Teaching Boundaries Can Be A Challenge When Your Toddler Is An Extrovert

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happy-child-paintingMost toddlers are outgoing and rambunctious by nature, so raising a toddler who’s also an extrovert can be extra challenging. My three-year old absolutely falls into this category. She is impulsive and energetic, prefers to work things out verbally instead of in her head, and enjoys engaging everyone — I mean everyone — in conversation. While some of these things can be attributed to her age, I know without a doubt they’re also just a natural part of who she is.

It can get awkward sometimes when your child invites the sales associate at Target to eat lunch with you or tells the mailman that she wants him to come to the park. Most people find her openness charming, but I know not everyone enjoys talking to small children and I try to explain gently to my daughter that some people are less open to conversation than others. I often struggle to tow the line between allowing her to express herself and not letting her be the obnoxious child who won’t leave people alone.

Recently we entered the phase of toddler-hood where kids ask endless questions and have no qualms about interrupting people when they’re speaking. Our car trips and meal times have transitioned into an endless stream of interrogations and demands, but because our daughter is such a social butterfly, the behavior is not limited just to us. She wants to know everything about everyone, and my husband and I have struggled to teach her boundaries without making her feel bad about her innate curiosity and gift for gabbing.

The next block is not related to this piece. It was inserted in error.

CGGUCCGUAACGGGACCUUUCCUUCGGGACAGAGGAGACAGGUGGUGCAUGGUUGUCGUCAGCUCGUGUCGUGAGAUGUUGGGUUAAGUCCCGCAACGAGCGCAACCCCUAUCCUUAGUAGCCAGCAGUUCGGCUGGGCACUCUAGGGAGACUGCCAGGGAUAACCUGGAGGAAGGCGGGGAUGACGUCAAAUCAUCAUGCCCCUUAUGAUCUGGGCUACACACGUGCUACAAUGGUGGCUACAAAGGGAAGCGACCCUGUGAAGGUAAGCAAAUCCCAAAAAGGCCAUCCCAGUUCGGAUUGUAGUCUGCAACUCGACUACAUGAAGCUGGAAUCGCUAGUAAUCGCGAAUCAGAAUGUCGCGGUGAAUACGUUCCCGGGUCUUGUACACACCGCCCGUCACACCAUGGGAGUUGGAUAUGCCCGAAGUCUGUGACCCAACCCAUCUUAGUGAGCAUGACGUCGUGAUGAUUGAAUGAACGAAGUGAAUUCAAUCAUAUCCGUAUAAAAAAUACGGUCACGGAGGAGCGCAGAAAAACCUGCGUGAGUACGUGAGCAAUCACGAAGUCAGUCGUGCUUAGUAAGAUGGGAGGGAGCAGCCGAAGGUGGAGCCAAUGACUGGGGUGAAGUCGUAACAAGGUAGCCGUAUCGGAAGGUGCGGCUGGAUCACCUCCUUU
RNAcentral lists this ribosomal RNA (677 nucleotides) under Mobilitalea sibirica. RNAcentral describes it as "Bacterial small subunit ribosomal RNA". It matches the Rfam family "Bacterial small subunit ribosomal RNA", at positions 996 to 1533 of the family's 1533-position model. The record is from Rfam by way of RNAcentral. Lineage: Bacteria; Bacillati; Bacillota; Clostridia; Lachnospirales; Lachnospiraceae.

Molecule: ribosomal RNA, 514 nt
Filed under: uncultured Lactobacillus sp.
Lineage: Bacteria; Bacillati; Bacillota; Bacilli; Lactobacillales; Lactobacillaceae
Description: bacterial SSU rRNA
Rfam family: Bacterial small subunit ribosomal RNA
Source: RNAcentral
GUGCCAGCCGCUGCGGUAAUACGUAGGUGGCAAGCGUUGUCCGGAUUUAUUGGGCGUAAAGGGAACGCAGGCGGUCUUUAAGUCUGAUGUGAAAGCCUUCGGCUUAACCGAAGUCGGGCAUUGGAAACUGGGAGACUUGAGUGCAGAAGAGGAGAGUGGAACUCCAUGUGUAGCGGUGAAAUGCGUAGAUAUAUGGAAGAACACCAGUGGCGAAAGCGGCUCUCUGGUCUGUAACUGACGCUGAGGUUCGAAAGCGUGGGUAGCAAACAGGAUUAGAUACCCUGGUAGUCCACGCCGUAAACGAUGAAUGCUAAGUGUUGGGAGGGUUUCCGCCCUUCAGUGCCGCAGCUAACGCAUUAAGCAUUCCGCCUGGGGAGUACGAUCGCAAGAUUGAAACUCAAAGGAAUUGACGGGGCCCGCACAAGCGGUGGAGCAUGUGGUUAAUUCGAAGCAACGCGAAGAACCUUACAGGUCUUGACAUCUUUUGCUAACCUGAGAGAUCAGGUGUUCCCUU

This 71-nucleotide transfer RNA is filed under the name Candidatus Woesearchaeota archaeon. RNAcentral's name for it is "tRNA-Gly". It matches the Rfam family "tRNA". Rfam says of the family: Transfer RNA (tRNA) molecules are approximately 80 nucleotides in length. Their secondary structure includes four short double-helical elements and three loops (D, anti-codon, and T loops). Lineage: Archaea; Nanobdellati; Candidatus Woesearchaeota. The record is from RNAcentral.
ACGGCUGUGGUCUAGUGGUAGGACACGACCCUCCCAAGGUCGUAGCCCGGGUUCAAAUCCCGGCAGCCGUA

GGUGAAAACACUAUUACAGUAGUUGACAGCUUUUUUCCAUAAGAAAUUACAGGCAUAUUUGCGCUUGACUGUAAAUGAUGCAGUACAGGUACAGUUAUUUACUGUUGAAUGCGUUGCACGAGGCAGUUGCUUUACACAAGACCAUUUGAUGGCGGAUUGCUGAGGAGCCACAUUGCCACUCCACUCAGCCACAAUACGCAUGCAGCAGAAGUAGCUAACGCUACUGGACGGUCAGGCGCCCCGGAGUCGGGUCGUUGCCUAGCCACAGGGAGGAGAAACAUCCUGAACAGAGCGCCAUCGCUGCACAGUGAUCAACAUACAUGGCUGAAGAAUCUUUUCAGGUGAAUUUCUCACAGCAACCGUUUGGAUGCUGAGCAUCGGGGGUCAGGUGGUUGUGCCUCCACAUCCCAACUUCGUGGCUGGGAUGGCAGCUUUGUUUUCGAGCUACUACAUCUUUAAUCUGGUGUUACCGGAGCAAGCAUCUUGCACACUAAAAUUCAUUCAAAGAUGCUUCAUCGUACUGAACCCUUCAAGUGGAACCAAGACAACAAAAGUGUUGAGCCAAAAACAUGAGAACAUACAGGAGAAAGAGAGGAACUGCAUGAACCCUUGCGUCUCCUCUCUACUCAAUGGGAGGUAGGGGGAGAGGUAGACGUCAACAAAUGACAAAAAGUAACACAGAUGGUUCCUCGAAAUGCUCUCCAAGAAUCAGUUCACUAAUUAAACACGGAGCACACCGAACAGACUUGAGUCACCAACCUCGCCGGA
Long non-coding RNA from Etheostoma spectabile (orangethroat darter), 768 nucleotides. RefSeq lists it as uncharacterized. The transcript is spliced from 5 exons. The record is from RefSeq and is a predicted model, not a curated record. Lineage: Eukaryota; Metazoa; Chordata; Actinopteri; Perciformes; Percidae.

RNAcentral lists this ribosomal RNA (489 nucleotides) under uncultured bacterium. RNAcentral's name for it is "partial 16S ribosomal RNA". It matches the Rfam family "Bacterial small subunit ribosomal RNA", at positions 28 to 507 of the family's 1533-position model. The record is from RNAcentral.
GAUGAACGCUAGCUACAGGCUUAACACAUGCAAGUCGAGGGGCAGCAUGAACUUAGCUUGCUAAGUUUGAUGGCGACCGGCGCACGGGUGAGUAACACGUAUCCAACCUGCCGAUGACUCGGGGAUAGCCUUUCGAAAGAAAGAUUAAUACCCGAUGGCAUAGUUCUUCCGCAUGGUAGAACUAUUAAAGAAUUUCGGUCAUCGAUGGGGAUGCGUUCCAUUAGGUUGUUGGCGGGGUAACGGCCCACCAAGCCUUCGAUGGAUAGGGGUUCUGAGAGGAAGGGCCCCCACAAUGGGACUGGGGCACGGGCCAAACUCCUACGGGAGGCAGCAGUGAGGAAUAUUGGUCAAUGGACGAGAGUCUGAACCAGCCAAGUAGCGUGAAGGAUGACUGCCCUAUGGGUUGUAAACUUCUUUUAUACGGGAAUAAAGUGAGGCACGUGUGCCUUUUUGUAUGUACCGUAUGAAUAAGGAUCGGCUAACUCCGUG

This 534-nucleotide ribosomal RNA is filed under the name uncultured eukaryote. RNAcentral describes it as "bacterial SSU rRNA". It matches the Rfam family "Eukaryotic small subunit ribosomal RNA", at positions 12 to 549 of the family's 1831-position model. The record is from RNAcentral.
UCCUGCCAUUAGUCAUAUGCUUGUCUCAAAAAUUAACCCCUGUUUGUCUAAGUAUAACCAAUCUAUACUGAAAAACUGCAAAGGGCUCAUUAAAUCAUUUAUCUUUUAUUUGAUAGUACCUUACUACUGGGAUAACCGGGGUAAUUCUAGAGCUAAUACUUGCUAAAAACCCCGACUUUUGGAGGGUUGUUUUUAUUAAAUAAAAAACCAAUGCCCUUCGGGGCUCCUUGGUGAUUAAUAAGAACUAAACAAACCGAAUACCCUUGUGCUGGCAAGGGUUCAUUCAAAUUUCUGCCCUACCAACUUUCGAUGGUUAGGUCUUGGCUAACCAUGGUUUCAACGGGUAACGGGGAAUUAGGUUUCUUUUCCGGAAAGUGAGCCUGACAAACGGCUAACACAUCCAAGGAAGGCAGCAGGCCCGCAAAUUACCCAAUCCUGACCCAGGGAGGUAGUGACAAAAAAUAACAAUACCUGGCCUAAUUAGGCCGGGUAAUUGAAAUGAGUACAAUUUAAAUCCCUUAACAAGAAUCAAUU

Real Simple recently published a guide to parenting introverts and extroverts and touched on a lot of strategies I think parents could find helpful. They spoke to a panel of experts who offered some great tips on managing personalities of all types, but what stood out for me was some advice by source Betsy Brown Braun, an expert on child-development and behavior, who stressed the importance of redirecting extroverted kids so we don’t get overwhelmed or make them feel bad:

If you need a break, Braun suggests telling a little kid, ‘I need some quiet time, but I do want to hear what you have to say. Right now my ears are full. Maybe you’d like to tell that story to your stuffed-animal friends.’

I think as parents we feel a constant need to acknowledge every thought our children share, answer every question, and engage in every story, and too often that’s what leaves us exhausted and struggling to keep up. We’re parenting in an age where there’s a strong emphasis on nurturing children through constant interaction, so it’s difficult to give yourself permission to redirect your toddler’s need to express themselves away from you for a while so your brain can recharge.

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